Last week, while announcing that Need for Speed World, Battlefield Heroes, Battlefield Play4Free and FIFA World will all be shut down in July, an EA exec stated that some of its F2P releases have declined in popularity. No ****, Sherlock. Upon seeing this news, I couldn't help wondering how the company feels about its strategy in this rapidly growing and thus increasingly important area. And earlier this month, Wargaming brought a smile to my face.
In almost two decades of watching and writing about the massively multiplayer landscape, the announcement of a new project has never failed to catch my attention. That said, they don't all do so to the same degree; some interest me far more than others. Over the years, I've seen at least several hundred titles enter development. For a variety of reasons, they didn't all make it as far as launch, including some that had exceptional appeal for me.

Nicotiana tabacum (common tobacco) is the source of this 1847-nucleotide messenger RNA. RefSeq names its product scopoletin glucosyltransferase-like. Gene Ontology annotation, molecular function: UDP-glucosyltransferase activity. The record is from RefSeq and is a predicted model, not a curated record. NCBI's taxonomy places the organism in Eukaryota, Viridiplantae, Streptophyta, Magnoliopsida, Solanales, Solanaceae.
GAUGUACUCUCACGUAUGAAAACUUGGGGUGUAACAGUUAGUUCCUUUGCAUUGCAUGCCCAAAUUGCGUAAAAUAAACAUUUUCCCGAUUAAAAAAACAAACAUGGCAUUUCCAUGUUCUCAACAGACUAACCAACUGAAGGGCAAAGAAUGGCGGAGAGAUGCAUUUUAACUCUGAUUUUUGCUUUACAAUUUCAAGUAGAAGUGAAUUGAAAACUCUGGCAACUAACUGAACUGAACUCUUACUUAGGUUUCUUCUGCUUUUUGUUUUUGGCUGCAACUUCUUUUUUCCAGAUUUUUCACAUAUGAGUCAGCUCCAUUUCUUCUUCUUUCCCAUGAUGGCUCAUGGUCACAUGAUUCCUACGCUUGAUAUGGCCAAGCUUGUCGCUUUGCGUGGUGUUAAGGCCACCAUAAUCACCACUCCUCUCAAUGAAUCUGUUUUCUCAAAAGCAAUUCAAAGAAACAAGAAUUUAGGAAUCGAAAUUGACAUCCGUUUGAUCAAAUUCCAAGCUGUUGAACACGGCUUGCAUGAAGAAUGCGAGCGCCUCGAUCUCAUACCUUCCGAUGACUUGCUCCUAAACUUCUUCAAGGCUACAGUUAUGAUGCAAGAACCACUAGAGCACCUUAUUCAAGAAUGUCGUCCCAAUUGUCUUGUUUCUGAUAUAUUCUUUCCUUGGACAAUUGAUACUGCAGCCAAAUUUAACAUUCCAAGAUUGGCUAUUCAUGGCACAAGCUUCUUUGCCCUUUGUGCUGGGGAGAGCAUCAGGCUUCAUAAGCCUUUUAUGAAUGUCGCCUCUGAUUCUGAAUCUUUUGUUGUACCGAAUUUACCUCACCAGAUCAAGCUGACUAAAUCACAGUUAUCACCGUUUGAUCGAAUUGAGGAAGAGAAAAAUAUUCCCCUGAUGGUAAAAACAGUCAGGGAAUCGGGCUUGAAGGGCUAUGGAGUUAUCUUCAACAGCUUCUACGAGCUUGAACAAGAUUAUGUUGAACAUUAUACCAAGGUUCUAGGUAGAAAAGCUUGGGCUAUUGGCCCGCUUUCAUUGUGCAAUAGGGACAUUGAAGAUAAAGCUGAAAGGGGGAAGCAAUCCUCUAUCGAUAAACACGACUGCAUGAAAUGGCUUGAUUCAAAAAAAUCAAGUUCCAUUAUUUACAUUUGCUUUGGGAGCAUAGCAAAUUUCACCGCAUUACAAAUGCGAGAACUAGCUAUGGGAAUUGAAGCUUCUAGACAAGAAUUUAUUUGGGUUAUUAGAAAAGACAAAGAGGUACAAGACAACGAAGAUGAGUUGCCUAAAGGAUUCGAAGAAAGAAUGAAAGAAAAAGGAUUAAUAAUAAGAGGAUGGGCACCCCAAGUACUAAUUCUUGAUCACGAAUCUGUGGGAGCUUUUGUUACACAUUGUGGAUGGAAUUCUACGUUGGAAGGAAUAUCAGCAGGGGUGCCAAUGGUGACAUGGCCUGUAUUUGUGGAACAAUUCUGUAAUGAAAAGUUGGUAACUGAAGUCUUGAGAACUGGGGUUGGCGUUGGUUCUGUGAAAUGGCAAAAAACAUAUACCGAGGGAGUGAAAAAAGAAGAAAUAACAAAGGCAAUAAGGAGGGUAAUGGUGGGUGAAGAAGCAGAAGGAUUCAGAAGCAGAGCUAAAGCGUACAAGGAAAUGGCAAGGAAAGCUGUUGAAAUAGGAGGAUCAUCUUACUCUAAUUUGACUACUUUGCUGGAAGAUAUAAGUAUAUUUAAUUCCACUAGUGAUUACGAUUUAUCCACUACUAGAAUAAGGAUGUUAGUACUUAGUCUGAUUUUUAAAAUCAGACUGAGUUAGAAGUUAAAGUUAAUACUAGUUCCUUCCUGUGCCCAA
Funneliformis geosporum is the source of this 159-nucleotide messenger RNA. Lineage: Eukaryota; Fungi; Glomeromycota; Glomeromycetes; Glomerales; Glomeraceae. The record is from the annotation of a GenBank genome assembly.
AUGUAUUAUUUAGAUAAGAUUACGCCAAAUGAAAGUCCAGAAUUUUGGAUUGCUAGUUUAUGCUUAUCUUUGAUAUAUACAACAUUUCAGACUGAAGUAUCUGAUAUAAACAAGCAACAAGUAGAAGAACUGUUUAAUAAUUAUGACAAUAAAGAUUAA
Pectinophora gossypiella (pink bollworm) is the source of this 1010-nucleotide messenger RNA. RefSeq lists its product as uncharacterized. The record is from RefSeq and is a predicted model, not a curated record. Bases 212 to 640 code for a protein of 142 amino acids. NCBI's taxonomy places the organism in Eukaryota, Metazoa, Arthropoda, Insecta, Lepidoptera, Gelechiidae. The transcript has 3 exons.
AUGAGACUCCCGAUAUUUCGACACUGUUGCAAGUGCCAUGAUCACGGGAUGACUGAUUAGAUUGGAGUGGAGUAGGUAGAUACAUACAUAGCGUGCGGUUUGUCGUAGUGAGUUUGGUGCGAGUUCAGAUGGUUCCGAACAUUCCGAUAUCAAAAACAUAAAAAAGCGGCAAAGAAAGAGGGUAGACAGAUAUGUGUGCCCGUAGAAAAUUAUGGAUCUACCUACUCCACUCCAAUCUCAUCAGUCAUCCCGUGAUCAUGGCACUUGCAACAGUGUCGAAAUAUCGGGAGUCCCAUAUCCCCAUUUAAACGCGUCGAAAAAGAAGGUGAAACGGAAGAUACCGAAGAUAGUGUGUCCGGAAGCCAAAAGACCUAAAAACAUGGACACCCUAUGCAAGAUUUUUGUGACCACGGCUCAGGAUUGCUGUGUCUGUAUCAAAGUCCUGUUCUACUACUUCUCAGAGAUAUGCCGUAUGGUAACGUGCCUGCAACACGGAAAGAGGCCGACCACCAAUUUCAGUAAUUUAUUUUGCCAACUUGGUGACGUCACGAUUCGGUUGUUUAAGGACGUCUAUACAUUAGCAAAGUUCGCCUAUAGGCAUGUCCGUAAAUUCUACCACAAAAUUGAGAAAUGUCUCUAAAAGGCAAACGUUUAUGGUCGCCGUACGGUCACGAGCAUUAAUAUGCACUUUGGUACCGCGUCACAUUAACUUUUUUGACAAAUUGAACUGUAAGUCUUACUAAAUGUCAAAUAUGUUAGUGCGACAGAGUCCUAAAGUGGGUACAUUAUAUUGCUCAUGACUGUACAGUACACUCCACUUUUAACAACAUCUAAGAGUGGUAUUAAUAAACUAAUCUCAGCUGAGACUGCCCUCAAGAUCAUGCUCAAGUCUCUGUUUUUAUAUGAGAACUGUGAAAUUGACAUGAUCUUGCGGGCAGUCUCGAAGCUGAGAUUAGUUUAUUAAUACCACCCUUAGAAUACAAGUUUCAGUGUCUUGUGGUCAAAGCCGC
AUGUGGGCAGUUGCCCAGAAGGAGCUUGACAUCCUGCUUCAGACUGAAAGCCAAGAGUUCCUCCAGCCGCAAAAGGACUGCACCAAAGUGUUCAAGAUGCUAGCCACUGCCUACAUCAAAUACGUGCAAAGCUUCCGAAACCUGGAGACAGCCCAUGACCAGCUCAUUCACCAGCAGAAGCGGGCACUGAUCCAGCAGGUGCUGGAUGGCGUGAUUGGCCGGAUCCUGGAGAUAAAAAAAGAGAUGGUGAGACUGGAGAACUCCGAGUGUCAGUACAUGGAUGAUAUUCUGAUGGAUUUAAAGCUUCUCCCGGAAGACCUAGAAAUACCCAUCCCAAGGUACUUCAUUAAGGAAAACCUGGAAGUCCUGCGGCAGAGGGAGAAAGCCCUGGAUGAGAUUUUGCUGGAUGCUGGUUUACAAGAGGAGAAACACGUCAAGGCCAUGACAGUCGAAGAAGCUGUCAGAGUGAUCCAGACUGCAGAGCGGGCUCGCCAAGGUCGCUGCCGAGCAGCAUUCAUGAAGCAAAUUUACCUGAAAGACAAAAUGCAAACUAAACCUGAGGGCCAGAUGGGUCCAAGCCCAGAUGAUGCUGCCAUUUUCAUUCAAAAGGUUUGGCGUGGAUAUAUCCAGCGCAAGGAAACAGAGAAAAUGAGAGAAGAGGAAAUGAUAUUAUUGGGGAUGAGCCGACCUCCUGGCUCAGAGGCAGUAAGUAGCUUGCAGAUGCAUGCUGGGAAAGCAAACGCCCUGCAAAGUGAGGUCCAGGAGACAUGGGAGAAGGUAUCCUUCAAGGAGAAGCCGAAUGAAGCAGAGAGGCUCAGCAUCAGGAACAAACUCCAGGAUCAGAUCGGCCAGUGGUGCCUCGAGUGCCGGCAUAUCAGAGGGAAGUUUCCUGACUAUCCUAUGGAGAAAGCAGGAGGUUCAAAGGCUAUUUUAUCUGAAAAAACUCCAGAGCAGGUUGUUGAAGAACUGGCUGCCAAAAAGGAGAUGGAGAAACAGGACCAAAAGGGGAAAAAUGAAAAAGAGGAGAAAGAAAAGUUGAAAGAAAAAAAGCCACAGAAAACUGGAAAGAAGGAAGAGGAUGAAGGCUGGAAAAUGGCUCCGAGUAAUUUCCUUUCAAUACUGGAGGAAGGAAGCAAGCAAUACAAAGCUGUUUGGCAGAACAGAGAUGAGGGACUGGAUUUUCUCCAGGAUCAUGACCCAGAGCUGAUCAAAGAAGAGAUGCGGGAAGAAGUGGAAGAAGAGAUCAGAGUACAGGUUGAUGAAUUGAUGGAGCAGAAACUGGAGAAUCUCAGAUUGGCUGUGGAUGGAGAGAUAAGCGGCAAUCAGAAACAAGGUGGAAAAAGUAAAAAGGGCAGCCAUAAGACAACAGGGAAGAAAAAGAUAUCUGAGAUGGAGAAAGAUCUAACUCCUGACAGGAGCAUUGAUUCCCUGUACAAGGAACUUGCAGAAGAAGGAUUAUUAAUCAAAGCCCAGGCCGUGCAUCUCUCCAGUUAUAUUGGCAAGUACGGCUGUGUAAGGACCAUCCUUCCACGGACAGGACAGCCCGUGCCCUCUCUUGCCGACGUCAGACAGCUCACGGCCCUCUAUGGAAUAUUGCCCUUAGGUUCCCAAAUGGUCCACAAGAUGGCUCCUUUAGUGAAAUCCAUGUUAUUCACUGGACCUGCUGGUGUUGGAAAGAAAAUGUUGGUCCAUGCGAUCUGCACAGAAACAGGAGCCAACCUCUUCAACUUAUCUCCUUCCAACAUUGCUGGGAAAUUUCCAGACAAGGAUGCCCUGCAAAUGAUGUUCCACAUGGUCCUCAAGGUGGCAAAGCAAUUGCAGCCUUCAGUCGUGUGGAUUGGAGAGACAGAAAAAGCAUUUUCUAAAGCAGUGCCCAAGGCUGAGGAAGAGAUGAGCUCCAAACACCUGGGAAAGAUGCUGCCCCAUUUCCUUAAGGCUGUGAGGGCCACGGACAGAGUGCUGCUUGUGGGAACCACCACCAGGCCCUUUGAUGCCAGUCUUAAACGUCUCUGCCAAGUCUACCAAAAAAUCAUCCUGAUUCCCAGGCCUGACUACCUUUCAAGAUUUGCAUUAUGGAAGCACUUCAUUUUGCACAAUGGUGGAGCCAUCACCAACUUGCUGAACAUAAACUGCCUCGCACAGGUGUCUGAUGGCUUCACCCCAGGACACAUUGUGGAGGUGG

During the last few weeks, the most thought-provoking MMOG-related thing that came to my attention may have been this post by veteran developer Gordon Walton about the role he played in the memorable (for most, not in a good way) Star Wars Galaxies New Game Enhancements (NGE). What he wrote led me to think again about what I stated late last year when I listed the SOE / LucasArts title among 5 MMOGs That Seriously Disappointed Me.
As I write this on Sunday, March has already brought quite a bit of interesting news, information, rumors et al. Right off the top, we had the latest iteration of the Game Developers Conference, which overlapped with the first day of PAX East. Other notable happenings included researcher SuperData's release of some thought-provoking new tidbits of market data, and more F2P conversions from NCsoft.